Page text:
In most cases, town councils proclaim special days, weeks and months without a hint of opposition.
In the past year, for instance, the Selma Town Council has easily and eagerly declared Bill of Rights Day, Firefighters’ Week, Human Rights Week, Multiple Sclerosis Awareness Month and more.
Not so as Election Day draws near.
On Tuesday, Councilman William Overby voted against a proclamation declaring Sept. 17-23 as Constitution Week in Selma. The decree, which passed 4-1, commemorates the 228th anniversary of the writing of the United States’ supreme law at the Constitutional Convention in Philadelphia.
After the meeting, Overby clarified that he supports the U.S. Constitution but opposed the specific wording of the resolution – which indicated that it came from Mayor Cheryl Oliver. He also suggested as much during the meeting.
“I’m reading it as it’s just coming from you. The Town Council’s not involved?” Overby asked Oliver once she had finished reading the proclamation.
The Daughters of the American Revolution submitted the proclamation to the town, Oliver said, and that was the wording that the group chose. In ceremonial situations, she said, it is common for mayors to speak on behalf of their towns.
“Generally when we get them and just fill in the name, it’s assumed that the mayor represents the town,” she said. “When we do our own proclamations, we try to include all of the council members.”
With his council seat not up until 2017, Overby has challenged Oliver’s bid for reelection in November. Overby’s contention that Oliver leaves the Town Council out of the loop has been a key plank in his campaign platform. In announcing his mayoral bid, Overby said too many decisions are made between Oliver and Town Manager Jon Barlow.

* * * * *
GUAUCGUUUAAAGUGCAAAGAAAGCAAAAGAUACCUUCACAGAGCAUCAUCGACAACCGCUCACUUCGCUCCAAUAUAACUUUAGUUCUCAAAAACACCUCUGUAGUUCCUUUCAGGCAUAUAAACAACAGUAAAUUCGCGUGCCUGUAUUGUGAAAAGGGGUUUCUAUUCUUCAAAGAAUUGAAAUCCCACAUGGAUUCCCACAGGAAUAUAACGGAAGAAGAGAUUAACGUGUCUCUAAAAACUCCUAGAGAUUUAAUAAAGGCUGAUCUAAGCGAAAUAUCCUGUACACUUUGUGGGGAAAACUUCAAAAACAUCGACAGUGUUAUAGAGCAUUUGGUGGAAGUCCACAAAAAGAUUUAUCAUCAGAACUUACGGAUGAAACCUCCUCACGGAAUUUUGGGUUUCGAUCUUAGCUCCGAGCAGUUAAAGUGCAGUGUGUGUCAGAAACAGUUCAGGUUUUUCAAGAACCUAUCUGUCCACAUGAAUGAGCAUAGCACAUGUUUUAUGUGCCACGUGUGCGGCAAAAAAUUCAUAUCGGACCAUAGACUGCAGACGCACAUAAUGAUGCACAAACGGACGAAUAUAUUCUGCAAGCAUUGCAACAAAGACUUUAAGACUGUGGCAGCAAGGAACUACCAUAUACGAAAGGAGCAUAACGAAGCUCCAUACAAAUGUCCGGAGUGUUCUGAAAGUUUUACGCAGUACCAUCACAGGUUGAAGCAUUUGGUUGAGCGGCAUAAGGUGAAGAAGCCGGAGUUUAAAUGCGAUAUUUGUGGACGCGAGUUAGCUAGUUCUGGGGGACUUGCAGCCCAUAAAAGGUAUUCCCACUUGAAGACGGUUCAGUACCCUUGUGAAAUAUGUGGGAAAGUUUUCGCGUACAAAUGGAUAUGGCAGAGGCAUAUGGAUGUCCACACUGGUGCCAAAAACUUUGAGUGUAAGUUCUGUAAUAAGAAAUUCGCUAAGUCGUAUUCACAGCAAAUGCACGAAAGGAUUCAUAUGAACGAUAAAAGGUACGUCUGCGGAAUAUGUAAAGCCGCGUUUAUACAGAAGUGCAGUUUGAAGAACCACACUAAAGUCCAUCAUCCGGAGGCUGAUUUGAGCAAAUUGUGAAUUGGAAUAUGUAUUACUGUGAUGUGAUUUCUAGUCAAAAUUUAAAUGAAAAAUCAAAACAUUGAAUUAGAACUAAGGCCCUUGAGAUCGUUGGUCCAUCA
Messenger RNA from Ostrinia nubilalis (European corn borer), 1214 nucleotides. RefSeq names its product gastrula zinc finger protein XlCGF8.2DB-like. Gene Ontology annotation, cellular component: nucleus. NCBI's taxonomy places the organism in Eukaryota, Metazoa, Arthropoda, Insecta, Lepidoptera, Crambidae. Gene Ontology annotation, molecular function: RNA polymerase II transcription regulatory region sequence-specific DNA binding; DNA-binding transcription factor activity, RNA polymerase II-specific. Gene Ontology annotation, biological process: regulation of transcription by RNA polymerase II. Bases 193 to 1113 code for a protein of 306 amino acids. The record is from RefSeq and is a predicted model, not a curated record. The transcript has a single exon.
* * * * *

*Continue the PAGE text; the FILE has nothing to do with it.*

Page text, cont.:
Jeffrey Watson, who runs Christian Home Health, is also seeking the mayor’s office.
The council agreed to seek a state Small Cities Community Development Block Grant for a $1.15 million sewer project. Selma would contribute $5,000, and the town hired the Wooten Co. to help with its application
The project would lay 1,450 feet of eight-inch gravity sewer line to serve Rick’s Mobile Home Park. It would also make improvements to the Preston Street pump station, including 3,650 feet of eight-inch force main to reroute waste directly into the Johnston County sewer system. Most of the work would occur along Ricks Road and Crocker Street.
Before the council voted on a resolution to apply for the grant, Overby asked to add Mayor Pro Tem Jackie Lacy’s signature to the document. As originally written, it would have carried only the mayor and town manager’s signatures.
“I’d like to tie a third person” to the resolution, Overby said.
That revised motion passed without opposition.